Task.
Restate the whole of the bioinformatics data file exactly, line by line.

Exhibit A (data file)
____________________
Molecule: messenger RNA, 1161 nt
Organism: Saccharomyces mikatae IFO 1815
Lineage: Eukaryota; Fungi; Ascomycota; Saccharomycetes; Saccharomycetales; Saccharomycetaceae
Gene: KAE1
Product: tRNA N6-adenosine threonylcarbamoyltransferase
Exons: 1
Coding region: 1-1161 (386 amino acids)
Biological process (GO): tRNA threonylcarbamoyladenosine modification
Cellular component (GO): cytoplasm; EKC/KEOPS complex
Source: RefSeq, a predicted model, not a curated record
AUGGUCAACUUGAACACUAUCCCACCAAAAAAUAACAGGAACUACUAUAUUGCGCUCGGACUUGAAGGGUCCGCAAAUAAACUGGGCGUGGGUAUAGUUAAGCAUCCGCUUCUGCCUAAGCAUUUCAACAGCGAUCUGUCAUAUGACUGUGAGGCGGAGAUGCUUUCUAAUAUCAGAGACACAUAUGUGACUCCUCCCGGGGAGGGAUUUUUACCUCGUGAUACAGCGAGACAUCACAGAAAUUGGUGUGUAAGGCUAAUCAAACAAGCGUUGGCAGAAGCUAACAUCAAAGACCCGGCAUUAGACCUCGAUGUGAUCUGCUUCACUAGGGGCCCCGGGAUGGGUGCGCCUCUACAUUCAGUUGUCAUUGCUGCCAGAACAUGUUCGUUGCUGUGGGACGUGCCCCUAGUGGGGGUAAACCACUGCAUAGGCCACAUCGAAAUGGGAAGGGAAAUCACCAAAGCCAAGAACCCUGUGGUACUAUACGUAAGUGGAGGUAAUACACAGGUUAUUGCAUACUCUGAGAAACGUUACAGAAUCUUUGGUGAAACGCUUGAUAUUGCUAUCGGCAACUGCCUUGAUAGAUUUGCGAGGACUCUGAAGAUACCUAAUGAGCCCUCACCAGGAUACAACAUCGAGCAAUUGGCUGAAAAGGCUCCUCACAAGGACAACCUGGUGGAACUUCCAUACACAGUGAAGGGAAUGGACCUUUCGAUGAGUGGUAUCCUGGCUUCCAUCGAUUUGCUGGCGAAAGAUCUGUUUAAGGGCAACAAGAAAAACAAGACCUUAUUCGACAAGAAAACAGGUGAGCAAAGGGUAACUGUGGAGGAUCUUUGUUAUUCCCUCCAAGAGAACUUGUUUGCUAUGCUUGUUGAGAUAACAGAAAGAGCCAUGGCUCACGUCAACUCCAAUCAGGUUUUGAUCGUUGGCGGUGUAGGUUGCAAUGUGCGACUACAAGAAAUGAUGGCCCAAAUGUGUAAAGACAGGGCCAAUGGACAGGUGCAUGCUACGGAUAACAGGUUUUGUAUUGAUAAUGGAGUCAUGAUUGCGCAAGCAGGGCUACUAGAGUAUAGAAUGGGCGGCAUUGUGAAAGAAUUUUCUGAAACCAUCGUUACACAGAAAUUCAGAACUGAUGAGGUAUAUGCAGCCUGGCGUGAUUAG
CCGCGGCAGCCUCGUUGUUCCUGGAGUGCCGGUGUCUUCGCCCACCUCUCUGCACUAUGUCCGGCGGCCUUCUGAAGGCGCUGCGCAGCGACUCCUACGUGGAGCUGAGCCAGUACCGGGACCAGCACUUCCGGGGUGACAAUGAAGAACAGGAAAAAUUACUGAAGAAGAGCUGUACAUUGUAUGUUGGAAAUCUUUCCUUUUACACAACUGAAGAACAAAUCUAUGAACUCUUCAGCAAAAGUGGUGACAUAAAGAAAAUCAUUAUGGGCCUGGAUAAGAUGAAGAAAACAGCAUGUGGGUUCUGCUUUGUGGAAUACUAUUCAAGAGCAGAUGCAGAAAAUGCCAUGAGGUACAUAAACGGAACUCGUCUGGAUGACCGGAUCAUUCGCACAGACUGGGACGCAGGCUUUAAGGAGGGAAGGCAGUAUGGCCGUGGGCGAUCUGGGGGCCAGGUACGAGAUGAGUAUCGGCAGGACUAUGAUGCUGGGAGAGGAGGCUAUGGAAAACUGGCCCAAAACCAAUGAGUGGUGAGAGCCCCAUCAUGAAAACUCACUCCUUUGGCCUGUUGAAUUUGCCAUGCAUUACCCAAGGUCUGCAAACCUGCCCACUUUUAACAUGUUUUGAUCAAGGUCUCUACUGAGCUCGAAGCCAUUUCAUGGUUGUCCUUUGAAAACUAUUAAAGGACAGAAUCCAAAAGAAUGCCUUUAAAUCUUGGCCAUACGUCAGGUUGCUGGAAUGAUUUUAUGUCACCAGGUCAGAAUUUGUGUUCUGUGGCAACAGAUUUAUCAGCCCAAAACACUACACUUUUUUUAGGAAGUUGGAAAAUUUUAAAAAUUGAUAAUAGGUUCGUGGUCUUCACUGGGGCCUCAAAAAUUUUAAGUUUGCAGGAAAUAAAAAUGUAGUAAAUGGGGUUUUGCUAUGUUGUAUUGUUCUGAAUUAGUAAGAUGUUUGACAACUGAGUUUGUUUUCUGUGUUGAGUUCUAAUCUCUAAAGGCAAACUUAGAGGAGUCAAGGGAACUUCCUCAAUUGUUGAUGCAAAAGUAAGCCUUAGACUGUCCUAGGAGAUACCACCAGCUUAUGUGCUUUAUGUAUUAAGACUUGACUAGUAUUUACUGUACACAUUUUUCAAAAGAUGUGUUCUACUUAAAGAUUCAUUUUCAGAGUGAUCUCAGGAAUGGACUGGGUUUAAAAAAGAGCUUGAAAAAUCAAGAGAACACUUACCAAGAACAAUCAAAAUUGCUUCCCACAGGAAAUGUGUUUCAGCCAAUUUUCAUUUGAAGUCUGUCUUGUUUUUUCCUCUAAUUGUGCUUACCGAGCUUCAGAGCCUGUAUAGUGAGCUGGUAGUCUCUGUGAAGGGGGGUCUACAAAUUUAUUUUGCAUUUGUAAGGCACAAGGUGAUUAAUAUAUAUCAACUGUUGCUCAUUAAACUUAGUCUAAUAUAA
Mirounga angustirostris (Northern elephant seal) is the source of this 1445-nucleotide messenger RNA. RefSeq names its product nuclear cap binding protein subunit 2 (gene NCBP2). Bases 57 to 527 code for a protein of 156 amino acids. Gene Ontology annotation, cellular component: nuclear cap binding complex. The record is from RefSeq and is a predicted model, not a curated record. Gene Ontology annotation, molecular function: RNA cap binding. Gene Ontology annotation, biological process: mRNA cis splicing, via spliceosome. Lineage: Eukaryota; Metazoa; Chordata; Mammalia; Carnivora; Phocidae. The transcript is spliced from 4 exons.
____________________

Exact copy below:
Molecule: messenger RNA, 1161 nt
Organism: Saccharomyces mikatae IFO 1815
Lineage: Eukaryota; Fungi; Ascomycota; Saccharomycetes; Saccharomycetales; Saccharomycetaceae
Gene: KAE1
Product: tRNA N6-adenosine threonylcarbamoyltransferase
Exons: 1
Coding region: 1-1161 (386 amino acids)
Biological process (GO): tRNA threonylcarbamoyladenosine modification
Cellular component (GO): cytoplasm; EKC/KEOPS complex
Source: RefSeq, a predicted model, not a curated record
AUGGUCAACUUGAACACUAUCCCACCAAAAAAUAACAGGAACUACUAUAUUGCGCUCGGACUUGAAGGGUCCGCAAAUAAACUGGGCGUGGGUAUAGUUAAGCAUCCGCUUCUGCCUAAGCAUUUCAACAGCGAUCUGUCAUAUGACUGUGAGGCGGAGAUGCUUUCUAAUAUCAGAGACACAUAUGUGACUCCUCCCGGGGAGGGAUUUUUACCUCGUGAUACAGCGAGACAUCACAGAAAUUGGUGUGUAAGGCUAAUCAAACAAGCGUUGGCAGAAGCUAACAUCAAAGACCCGGCAUUAGACCUCGAUGUGAUCUGCUUCACUAGGGGCCCCGGGAUGGGUGCGCCUCUACAUUCAGUUGUCAUUGCUGCCAGAACAUGUUCGUUGCUGUGGGACGUGCCCCUAGUGGGGGUAAACCACUGCAUAGGCCACAUCGAAAUGGGAAGGGAAAUCACCAAAGCCAAGAACCCUGUGGUACUAUACGUAAGUGGAGGUAAUACACAGGUUAUUGCAUACUCUGAGAAACGUUACAGAAUCUUUGGUGAAACGCUUGAUAUUGCUAUCGGCAACUGCCUUGAUAGAUUUGCGAGGACUCUGAAGAUACCUAAUGAGCCCUCACCAGGAUACAACAUCGAGCAAUUGGCUGAAAAGGCUCCUCACAAGGACAACCUGGUGGAACUUCCAUACACAGUGAAGGGAAUGGACCUUUCGAUGAGUGGUAUCCUGGCUUCCAUCGAUUUGCUGGCGAAAGAUCUGUUUAAGGGCAACAAGAAAAACAAGACCUUAUUCGACAAGAAAACAGGUGAGCAAAGGGUAACUGUGGAGGAUCUUUGUUAUUCCCUCCAAGAGAACUUGUUUGCUAUGCUUGUUGAGAUAACAGAAAGAGCCAUGGCUCACGUCAACUCCAAUCAGGUUUUGAUCGUUGGCGGUGUAGGUUGCAAUGUGCGACUACAAGAAAUGAUGGCCCAAAUGUGUAAAGACAGGGCCAAUGGACAGGUGCAUGCUACGGAUAACAGGUUUUGUAUUGAUAAUGGAGUCAUGAUUGCGCAAGCAGGGCUACUAGAGUAUAGAAUGGGCGGCAUUGUGAAAGAAUUUUCUGAAACCAUCGUUACACAGAAAUUCAGAACUGAUGAGGUAUAUGCAGCCUGGCGUGAUUAG
CCGCGGCAGCCUCGUUGUUCCUGGAGUGCCGGUGUCUUCGCCCACCUCUCUGCACUAUGUCCGGCGGCCUUCUGAAGGCGCUGCGCAGCGACUCCUACGUGGAGCUGAGCCAGUACCGGGACCAGCACUUCCGGGGUGACAAUGAAGAACAGGAAAAAUUACUGAAGAAGAGCUGUACAUUGUAUGUUGGAAAUCUUUCCUUUUACACAACUGAAGAACAAAUCUAUGAACUCUUCAGCAAAAGUGGUGACAUAAAGAAAAUCAUUAUGGGCCUGGAUAAGAUGAAGAAAACAGCAUGUGGGUUCUGCUUUGUGGAAUACUAUUCAAGAGCAGAUGCAGAAAAUGCCAUGAGGUACAUAAACGGAACUCGUCUGGAUGACCGGAUCAUUCGCACAGACUGGGACGCAGGCUUUAAGGAGGGAAGGCAGUAUGGCCGUGGGCGAUCUGGGGGCCAGGUACGAGAUGAGUAUCGGCAGGACUAUGAUGCUGGGAGAGGAGGCUAUGGAAAACUGGCCCAAAACCAAUGAGUGGUGAGAGCCCCAUCAUGAAAACUCACUCCUUUGGCCUGUUGAAUUUGCCAUGCAUUACCCAAGGUCUGCAAACCUGCCCACUUUUAACAUGUUUUGAUCAAGGUCUCUACUGAGCUCGAAGCCAUUUCAUGGUUGUCCUUUGAAAACUAUUAAAGGACAGAAUCCAAAAGAAUGCCUUUAAAUCUUGGCCAUACGUCAGGUUGCUGGAAUGAUUUUAUGUCACCAGGUCAGAAUUUGUGUUCUGUGGCAACAGAUUUAUCAGCCCAAAACACUACACUUUUUUUAGGAAGUUGGAAAAUUUUAAAAAUUGAUAAUAGGUUCGUGGUCUUCACUGGGGCCUCAAAAAUUUUAAGUUUGCAGGAAAUAAAAAUGUAGUAAAUGGGGUUUUGCUAUGUUGUAUUGUUCUGAAUUAGUAAGAUGUUUGACAACUGAGUUUGUUUUCUGUGUUGAGUUCUAAUCUCUAAAGGCAAACUUAGAGGAGUCAAGGGAACUUCCUCAAUUGUUGAUGCAAAAGUAAGCCUUAGACUGUCCUAGGAGAUACCACCAGCUUAUGUGCUUUAUGUAUUAAGACUUGACUAGUAUUUACUGUACACAUUUUUCAAAAGAUGUGUUCUACUUAAAGAUUCAUUUUCAGAGUGAUCUCAGGAAUGGACUGGGUUUAAAAAAGAGCUUGAAAAAUCAAGAGAACACUUACCAAGAACAAUCAAAAUUGCUUCCCACAGGAAAUGUGUUUCAGCCAAUUUUCAUUUGAAGUCUGUCUUGUUUUUUCCUCUAAUUGUGCUUACCGAGCUUCAGAGCCUGUAUAGUGAGCUGGUAGUCUCUGUGAAGGGGGGUCUACAAAUUUAUUUUGCAUUUGUAAGGCACAAGGUGAUUAAUAUAUAUCAACUGUUGCUCAUUAAACUUAGUCUAAUAUAA
Mirounga angustirostris (Northern elephant seal) is the source of this 1445-nucleotide messenger RNA. RefSeq names its product nuclear cap binding protein subunit 2 (gene NCBP2). Bases 57 to 527 code for a protein of 156 amino acids. Gene Ontology annotation, cellular component: nuclear cap binding complex. The record is from RefSeq and is a predicted model, not a curated record. Gene Ontology annotation, molecular function: RNA cap binding. Gene Ontology annotation, biological process: mRNA cis splicing, via spliceosome. Lineage: Eukaryota; Metazoa; Chordata; Mammalia; Carnivora; Phocidae. The transcript is spliced from 4 exons.